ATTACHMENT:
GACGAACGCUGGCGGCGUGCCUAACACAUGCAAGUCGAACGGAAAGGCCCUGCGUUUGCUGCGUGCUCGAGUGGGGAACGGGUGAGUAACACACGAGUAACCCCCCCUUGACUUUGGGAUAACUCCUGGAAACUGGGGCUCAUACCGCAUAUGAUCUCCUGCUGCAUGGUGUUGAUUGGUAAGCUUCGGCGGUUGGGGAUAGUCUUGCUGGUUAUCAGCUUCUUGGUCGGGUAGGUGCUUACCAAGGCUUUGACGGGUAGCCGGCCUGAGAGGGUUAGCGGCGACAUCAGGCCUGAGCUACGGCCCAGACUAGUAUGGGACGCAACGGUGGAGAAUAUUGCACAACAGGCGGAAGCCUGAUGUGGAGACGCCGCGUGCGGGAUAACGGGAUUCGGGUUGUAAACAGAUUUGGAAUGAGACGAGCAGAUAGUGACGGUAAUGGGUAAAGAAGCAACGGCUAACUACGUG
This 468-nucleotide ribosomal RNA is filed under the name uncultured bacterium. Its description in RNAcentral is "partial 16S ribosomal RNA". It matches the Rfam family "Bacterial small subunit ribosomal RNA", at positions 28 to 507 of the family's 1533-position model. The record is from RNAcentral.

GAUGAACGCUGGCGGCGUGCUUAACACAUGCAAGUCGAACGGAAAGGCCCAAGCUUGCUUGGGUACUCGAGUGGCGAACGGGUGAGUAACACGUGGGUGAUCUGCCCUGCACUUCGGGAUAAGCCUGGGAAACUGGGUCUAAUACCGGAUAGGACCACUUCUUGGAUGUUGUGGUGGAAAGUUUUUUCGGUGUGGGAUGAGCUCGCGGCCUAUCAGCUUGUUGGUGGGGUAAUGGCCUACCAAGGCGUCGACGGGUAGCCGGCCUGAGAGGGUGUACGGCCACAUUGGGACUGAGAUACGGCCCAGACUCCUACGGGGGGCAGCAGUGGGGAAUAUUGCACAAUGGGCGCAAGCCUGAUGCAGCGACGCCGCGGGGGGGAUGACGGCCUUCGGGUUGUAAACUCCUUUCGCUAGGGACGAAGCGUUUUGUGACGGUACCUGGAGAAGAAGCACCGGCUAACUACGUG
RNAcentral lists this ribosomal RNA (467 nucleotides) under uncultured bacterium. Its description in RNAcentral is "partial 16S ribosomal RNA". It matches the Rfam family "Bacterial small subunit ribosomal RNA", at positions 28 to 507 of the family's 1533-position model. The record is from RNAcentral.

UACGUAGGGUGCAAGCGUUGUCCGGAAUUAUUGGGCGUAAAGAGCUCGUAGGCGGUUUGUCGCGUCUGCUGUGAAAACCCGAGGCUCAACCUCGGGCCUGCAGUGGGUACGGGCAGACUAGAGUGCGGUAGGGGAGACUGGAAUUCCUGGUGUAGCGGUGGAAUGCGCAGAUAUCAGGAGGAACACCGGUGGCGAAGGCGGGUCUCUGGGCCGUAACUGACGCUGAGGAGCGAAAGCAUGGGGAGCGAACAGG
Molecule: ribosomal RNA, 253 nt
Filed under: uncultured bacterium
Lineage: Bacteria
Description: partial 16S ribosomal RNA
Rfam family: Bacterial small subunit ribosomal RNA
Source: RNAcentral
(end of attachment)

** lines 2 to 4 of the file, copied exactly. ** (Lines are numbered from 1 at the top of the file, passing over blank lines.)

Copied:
This 468-nucleotide ribosomal RNA is filed under the name uncultured bacterium. Its description in RNAcentral is "partial 16S ribosomal RNA". It matches the Rfam family "Bacterial small subunit ribosomal RNA", at positions 28 to 507 of the family's 1533-position model. The record is from RNAcentral.

GAUGAACGCUGGCGGCGUGCUUAACACAUGCAAGUCGAACGGAAAGGCCCAAGCUUGCUUGGGUACUCGAGUGGCGAACGGGUGAGUAACACGUGGGUGAUCUGCCCUGCACUUCGGGAUAAGCCUGGGAAACUGGGUCUAAUACCGGAUAGGACCACUUCUUGGAUGUUGUGGUGGAAAGUUUUUUCGGUGUGGGAUGAGCUCGCGGCCUAUCAGCUUGUUGGUGGGGUAAUGGCCUACCAAGGCGUCGACGGGUAGCCGGCCUGAGAGGGUGUACGGCCACAUUGGGACUGAGAUACGGCCCAGACUCCUACGGGGGGCAGCAGUGGGGAAUAUUGCACAAUGGGCGCAAGCCUGAUGCAGCGACGCCGCGGGGGGGAUGACGGCCUUCGGGUUGUAAACUCCUUUCGCUAGGGACGAAGCGUUUUGUGACGGUACCUGGAGAAGAAGCACCGGCUAACUACGUG
RNAcentral lists this ribosomal RNA (467 nucleotides) under uncultured bacterium. Its description in RNAcentral is "partial 16S ribosomal RNA". It matches the Rfam family "Bacterial small subunit ribosomal RNA", at positions 28 to 507 of the family's 1533-position model. The record is from RNAcentral.